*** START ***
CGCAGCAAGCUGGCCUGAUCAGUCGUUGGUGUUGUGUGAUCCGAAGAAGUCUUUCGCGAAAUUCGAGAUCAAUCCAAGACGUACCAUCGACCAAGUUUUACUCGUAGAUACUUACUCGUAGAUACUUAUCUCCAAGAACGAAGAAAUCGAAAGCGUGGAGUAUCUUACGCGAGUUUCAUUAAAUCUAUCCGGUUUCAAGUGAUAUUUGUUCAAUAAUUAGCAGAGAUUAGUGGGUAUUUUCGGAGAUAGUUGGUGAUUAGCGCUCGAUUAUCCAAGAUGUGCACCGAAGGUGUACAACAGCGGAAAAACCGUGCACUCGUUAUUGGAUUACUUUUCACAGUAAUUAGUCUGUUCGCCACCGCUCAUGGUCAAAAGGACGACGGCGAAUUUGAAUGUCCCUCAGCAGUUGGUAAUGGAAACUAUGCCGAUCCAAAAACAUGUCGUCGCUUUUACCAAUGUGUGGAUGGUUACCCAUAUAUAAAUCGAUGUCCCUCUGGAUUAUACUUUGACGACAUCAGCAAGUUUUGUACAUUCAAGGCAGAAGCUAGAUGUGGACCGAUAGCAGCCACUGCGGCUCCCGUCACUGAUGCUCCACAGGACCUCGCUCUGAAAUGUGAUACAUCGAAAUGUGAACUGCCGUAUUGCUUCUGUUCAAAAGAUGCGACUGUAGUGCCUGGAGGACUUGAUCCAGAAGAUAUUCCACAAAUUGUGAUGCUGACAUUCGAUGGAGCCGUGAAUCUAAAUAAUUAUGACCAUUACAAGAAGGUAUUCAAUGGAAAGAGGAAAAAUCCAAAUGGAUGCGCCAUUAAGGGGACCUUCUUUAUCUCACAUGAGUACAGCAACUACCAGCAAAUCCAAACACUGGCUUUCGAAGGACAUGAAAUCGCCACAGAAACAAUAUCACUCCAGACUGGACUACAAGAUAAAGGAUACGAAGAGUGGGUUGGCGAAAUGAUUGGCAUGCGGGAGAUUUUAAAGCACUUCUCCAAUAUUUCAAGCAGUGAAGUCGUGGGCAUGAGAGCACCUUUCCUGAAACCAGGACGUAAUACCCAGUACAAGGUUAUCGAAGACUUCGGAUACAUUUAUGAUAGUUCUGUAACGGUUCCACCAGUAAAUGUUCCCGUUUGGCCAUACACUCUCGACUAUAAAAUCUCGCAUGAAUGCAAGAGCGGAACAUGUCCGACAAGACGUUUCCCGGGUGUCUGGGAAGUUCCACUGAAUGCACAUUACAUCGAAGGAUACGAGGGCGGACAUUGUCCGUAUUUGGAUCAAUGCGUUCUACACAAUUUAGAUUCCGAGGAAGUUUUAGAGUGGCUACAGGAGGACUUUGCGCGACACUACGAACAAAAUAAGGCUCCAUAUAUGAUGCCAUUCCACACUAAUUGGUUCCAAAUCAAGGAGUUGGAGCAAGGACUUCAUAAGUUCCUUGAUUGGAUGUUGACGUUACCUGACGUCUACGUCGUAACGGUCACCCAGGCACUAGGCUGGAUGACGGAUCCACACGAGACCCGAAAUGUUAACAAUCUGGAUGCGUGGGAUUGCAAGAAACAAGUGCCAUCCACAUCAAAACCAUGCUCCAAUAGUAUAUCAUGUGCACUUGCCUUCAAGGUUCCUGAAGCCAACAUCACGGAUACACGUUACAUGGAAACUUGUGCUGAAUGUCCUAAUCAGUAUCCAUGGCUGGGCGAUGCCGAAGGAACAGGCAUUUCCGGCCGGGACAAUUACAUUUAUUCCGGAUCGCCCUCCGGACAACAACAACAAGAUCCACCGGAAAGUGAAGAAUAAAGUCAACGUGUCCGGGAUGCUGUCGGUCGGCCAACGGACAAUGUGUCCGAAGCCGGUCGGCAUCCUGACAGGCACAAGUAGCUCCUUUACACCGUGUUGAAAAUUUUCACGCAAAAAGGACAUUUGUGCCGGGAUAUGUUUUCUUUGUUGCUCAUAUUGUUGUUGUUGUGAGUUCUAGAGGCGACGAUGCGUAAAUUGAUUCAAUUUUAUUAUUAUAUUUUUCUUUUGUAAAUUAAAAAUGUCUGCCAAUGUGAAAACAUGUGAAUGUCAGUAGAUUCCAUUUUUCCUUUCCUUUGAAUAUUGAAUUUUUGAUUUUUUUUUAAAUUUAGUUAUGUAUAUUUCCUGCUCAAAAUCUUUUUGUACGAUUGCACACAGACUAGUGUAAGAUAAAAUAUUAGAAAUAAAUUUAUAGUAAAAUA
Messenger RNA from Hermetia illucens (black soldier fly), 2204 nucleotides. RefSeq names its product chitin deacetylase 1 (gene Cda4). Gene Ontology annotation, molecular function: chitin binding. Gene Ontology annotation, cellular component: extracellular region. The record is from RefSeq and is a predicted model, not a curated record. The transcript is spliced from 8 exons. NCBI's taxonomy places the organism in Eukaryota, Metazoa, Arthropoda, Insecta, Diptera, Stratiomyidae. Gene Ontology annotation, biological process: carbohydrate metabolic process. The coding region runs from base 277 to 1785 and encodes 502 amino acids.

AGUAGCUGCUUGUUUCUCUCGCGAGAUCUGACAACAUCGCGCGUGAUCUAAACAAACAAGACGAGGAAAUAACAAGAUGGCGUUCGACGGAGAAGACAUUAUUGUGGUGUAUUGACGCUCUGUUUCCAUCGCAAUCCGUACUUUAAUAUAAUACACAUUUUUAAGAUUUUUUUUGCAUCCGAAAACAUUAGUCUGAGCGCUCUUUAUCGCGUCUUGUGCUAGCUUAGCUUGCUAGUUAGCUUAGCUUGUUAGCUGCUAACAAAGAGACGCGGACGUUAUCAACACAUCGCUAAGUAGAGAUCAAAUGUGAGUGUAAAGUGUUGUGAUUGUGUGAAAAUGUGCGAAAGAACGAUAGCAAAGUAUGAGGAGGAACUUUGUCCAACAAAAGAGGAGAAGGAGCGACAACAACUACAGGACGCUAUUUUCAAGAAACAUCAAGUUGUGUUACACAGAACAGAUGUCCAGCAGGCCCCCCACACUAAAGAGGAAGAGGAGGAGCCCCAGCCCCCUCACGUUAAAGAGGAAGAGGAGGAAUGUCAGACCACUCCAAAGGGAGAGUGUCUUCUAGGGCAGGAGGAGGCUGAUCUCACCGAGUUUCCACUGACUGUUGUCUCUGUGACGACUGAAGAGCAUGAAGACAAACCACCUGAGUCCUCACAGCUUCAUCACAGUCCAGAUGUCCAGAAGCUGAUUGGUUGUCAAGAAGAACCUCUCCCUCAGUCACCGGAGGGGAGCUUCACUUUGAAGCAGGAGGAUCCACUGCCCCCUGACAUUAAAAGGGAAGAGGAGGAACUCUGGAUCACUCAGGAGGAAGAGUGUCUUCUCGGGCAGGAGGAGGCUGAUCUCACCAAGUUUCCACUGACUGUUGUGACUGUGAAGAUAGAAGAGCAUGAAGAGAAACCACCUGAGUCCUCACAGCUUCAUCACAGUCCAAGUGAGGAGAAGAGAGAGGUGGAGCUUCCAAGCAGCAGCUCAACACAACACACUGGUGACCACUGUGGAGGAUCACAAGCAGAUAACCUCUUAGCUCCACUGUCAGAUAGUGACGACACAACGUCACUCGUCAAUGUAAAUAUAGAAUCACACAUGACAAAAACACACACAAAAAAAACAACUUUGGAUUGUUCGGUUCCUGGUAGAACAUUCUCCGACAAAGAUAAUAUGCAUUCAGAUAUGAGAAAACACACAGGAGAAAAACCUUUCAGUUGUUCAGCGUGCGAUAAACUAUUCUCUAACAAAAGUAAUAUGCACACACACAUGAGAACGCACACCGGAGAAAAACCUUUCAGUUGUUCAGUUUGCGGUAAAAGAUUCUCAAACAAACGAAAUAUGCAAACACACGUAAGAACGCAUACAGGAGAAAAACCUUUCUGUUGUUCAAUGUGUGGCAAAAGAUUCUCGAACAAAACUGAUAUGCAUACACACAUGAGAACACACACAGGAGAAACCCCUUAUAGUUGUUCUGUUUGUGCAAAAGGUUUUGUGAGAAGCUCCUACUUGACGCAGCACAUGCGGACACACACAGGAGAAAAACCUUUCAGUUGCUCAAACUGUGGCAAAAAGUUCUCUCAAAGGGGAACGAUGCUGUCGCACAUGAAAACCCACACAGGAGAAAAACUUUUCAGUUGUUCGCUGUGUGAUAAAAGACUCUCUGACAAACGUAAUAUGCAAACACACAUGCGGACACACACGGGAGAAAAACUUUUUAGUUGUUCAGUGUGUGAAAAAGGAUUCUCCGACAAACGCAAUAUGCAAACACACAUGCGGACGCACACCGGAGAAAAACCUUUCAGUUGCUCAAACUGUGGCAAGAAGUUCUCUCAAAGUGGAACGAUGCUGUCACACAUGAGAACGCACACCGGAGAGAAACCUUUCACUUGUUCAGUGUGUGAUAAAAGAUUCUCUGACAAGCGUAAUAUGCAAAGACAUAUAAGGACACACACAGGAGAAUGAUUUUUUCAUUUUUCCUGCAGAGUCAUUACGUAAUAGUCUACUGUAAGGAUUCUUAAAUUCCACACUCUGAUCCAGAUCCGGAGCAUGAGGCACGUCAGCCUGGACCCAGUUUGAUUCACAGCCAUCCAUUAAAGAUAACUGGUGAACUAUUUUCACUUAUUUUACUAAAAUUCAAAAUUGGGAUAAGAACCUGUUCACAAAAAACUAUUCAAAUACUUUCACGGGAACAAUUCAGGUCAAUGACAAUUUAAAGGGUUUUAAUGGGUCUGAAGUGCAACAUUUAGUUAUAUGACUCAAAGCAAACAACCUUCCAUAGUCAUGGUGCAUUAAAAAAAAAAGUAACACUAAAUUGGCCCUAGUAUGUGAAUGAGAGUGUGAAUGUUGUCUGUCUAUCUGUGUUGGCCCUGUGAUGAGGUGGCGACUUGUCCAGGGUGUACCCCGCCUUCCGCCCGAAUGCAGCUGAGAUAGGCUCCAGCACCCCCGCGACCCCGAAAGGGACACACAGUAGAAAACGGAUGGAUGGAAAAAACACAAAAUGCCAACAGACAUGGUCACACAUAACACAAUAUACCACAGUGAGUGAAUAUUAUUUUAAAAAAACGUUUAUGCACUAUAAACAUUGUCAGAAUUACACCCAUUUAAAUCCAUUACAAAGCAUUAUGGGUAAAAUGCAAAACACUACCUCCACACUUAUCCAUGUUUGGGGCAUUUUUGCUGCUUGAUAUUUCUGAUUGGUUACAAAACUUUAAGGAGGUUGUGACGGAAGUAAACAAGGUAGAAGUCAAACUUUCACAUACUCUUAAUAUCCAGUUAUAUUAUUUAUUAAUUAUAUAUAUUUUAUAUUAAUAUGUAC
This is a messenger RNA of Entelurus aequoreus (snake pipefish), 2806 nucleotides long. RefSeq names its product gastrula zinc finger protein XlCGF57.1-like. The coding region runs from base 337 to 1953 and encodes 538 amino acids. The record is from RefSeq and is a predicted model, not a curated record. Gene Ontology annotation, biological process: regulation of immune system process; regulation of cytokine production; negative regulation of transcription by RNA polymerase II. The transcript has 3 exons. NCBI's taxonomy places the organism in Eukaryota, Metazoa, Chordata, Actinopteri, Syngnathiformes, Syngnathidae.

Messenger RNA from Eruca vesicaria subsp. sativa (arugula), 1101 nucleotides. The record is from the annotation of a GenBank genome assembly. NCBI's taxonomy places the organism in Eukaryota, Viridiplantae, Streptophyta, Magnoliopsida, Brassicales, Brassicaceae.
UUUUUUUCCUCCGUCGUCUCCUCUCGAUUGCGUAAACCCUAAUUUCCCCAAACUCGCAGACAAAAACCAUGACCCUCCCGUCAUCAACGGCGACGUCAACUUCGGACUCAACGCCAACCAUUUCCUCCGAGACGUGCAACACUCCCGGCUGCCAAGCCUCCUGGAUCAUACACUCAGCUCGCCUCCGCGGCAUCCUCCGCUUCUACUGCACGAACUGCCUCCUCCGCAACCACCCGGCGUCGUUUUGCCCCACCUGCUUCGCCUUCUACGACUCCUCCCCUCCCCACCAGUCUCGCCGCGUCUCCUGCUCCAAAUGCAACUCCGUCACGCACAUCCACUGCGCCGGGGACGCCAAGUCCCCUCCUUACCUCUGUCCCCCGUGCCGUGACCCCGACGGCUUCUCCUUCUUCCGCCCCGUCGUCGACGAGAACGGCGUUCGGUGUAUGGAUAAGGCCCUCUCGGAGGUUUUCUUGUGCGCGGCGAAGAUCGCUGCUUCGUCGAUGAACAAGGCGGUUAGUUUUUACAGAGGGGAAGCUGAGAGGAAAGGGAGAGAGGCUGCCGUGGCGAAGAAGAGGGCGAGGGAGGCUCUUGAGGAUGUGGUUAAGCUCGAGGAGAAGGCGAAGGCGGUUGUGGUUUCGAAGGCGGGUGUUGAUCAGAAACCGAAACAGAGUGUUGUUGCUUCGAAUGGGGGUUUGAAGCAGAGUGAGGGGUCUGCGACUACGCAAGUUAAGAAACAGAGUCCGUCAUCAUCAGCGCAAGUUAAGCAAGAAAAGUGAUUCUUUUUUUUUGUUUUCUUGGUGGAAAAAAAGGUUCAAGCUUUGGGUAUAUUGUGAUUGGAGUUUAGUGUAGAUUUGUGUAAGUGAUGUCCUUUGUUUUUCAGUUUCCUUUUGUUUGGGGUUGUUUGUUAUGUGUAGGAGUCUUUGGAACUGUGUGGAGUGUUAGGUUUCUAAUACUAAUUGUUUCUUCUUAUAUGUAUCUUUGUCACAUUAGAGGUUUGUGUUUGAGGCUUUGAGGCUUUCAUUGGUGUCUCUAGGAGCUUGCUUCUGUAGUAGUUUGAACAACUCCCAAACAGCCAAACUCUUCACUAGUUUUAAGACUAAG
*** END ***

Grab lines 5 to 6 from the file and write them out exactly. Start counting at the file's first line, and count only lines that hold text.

Messenger RNA from Eruca vesicaria subsp. sativa (arugula), 1101 nucleotides. The record is from the annotation of a GenBank genome assembly. NCBI's taxonomy places the organism in Eukaryota, Viridiplantae, Streptophyta, Magnoliopsida, Brassicales, Brassicaceae.
UUUUUUUCCUCCGUCGUCUCCUCUCGAUUGCGUAAACCCUAAUUUCCCCAAACUCGCAGACAAAAACCAUGACCCUCCCGUCAUCAACGGCGACGUCAACUUCGGACUCAACGCCAACCAUUUCCUCCGAGACGUGCAACACUCCCGGCUGCCAAGCCUCCUGGAUCAUACACUCAGCUCGCCUCCGCGGCAUCCUCCGCUUCUACUGCACGAACUGCCUCCUCCGCAACCACCCGGCGUCGUUUUGCCCCACCUGCUUCGCCUUCUACGACUCCUCCCCUCCCCACCAGUCUCGCCGCGUCUCCUGCUCCAAAUGCAACUCCGUCACGCACAUCCACUGCGCCGGGGACGCCAAGUCCCCUCCUUACCUCUGUCCCCCGUGCCGUGACCCCGACGGCUUCUCCUUCUUCCGCCCCGUCGUCGACGAGAACGGCGUUCGGUGUAUGGAUAAGGCCCUCUCGGAGGUUUUCUUGUGCGCGGCGAAGAUCGCUGCUUCGUCGAUGAACAAGGCGGUUAGUUUUUACAGAGGGGAAGCUGAGAGGAAAGGGAGAGAGGCUGCCGUGGCGAAGAAGAGGGCGAGGGAGGCUCUUGAGGAUGUGGUUAAGCUCGAGGAGAAGGCGAAGGCGGUUGUGGUUUCGAAGGCGGGUGUUGAUCAGAAACCGAAACAGAGUGUUGUUGCUUCGAAUGGGGGUUUGAAGCAGAGUGAGGGGUCUGCGACUACGCAAGUUAAGAAACAGAGUCCGUCAUCAUCAGCGCAAGUUAAGCAAGAAAAGUGAUUCUUUUUUUUUGUUUUCUUGGUGGAAAAAAAGGUUCAAGCUUUGGGUAUAUUGUGAUUGGAGUUUAGUGUAGAUUUGUGUAAGUGAUGUCCUUUGUUUUUCAGUUUCCUUUUGUUUGGGGUUGUUUGUUAUGUGUAGGAGUCUUUGGAACUGUGUGGAGUGUUAGGUUUCUAAUACUAAUUGUUUCUUCUUAUAUGUAUCUUUGUCACAUUAGAGGUUUGUGUUUGAGGCUUUGAGGCUUUCAUUGGUGUCUCUAGGAGCUUGCUUCUGUAGUAGUUUGAACAACUCCCAAACAGCCAAACUCUUCACUAGUUUUAAGACUAAG